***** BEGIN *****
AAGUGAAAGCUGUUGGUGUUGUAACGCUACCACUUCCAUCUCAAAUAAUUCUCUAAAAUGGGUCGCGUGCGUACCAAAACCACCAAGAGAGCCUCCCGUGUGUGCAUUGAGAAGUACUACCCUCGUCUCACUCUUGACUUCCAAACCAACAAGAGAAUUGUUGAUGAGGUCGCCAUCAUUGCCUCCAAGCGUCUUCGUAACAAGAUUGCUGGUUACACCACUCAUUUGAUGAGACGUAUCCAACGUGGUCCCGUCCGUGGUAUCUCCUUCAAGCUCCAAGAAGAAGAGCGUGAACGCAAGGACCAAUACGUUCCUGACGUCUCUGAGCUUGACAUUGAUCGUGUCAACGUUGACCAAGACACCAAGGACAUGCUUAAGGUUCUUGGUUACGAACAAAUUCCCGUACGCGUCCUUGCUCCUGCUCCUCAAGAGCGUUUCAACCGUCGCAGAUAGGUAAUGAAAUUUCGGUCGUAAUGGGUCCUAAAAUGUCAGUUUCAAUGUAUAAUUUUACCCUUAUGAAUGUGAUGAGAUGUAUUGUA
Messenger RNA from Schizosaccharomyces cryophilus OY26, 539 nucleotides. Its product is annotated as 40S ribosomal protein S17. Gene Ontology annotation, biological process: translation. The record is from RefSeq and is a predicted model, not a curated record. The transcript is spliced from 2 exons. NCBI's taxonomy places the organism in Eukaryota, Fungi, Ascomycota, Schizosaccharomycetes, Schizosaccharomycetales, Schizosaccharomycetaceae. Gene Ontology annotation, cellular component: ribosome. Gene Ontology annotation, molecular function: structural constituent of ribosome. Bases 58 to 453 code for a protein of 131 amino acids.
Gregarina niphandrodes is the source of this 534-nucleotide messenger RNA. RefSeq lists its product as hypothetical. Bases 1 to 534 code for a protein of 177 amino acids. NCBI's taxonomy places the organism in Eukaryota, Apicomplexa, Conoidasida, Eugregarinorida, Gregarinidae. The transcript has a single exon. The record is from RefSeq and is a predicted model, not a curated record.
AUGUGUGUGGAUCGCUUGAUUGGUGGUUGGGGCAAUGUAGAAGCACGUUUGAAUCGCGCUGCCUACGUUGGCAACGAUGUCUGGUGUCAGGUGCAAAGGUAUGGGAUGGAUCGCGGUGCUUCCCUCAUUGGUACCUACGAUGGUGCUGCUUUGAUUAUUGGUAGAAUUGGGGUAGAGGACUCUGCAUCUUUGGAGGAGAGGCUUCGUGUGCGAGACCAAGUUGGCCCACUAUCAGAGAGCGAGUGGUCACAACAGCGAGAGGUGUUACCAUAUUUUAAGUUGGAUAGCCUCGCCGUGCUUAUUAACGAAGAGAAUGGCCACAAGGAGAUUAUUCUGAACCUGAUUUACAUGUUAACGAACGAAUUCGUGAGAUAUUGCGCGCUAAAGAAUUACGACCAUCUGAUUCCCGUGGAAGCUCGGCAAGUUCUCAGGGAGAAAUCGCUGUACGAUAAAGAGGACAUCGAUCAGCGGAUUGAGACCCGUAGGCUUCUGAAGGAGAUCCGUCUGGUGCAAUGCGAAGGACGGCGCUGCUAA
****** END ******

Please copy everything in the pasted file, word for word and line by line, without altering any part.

AAGUGAAAGCUGUUGGUGUUGUAACGCUACCACUUCCAUCUCAAAUAAUUCUCUAAAAUGGGUCGCGUGCGUACCAAAACCACCAAGAGAGCCUCCCGUGUGUGCAUUGAGAAGUACUACCCUCGUCUCACUCUUGACUUCCAAACCAACAAGAGAAUUGUUGAUGAGGUCGCCAUCAUUGCCUCCAAGCGUCUUCGUAACAAGAUUGCUGGUUACACCACUCAUUUGAUGAGACGUAUCCAACGUGGUCCCGUCCGUGGUAUCUCCUUCAAGCUCCAAGAAGAAGAGCGUGAACGCAAGGACCAAUACGUUCCUGACGUCUCUGAGCUUGACAUUGAUCGUGUCAACGUUGACCAAGACACCAAGGACAUGCUUAAGGUUCUUGGUUACGAACAAAUUCCCGUACGCGUCCUUGCUCCUGCUCCUCAAGAGCGUUUCAACCGUCGCAGAUAGGUAAUGAAAUUUCGGUCGUAAUGGGUCCUAAAAUGUCAGUUUCAAUGUAUAAUUUUACCCUUAUGAAUGUGAUGAGAUGUAUUGUA
Messenger RNA from Schizosaccharomyces cryophilus OY26, 539 nucleotides. Its product is annotated as 40S ribosomal protein S17. Gene Ontology annotation, biological process: translation. The record is from RefSeq and is a predicted model, not a curated record. The transcript is spliced from 2 exons. NCBI's taxonomy places the organism in Eukaryota, Fungi, Ascomycota, Schizosaccharomycetes, Schizosaccharomycetales, Schizosaccharomycetaceae. Gene Ontology annotation, cellular component: ribosome. Gene Ontology annotation, molecular function: structural constituent of ribosome. Bases 58 to 453 code for a protein of 131 amino acids.
Gregarina niphandrodes is the source of this 534-nucleotide messenger RNA. RefSeq lists its product as hypothetical. Bases 1 to 534 code for a protein of 177 amino acids. NCBI's taxonomy places the organism in Eukaryota, Apicomplexa, Conoidasida, Eugregarinorida, Gregarinidae. The transcript has a single exon. The record is from RefSeq and is a predicted model, not a curated record.
AUGUGUGUGGAUCGCUUGAUUGGUGGUUGGGGCAAUGUAGAAGCACGUUUGAAUCGCGCUGCCUACGUUGGCAACGAUGUCUGGUGUCAGGUGCAAAGGUAUGGGAUGGAUCGCGGUGCUUCCCUCAUUGGUACCUACGAUGGUGCUGCUUUGAUUAUUGGUAGAAUUGGGGUAGAGGACUCUGCAUCUUUGGAGGAGAGGCUUCGUGUGCGAGACCAAGUUGGCCCACUAUCAGAGAGCGAGUGGUCACAACAGCGAGAGGUGUUACCAUAUUUUAAGUUGGAUAGCCUCGCCGUGCUUAUUAACGAAGAGAAUGGCCACAAGGAGAUUAUUCUGAACCUGAUUUACAUGUUAACGAACGAAUUCGUGAGAUAUUGCGCGCUAAAGAAUUACGACCAUCUGAUUCCCGUGGAAGCUCGGCAAGUUCUCAGGGAGAAAUCGCUGUACGAUAAAGAGGACAUCGAUCAGCGGAUUGAGACCCGUAGGCUUCUGAAGGAGAUCCGUCUGGUGCAAUGCGAAGGACGGCGCUGCUAA